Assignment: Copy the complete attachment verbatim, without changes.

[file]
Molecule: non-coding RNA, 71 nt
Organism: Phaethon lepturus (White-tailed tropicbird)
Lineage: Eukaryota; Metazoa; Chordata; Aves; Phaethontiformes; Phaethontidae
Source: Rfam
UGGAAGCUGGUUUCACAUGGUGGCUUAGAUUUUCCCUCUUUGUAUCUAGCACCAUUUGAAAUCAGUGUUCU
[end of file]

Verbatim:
Molecule: non-coding RNA, 71 nt
Organism: Phaethon lepturus (White-tailed tropicbird)
Lineage: Eukaryota; Metazoa; Chordata; Aves; Phaethontiformes; Phaethontidae
Source: Rfam
UGGAAGCUGGUUUCACAUGGUGGCUUAGAUUUUCCCUCUUUGUAUCUAGCACCAUUUGAAAUCAGUGUUCU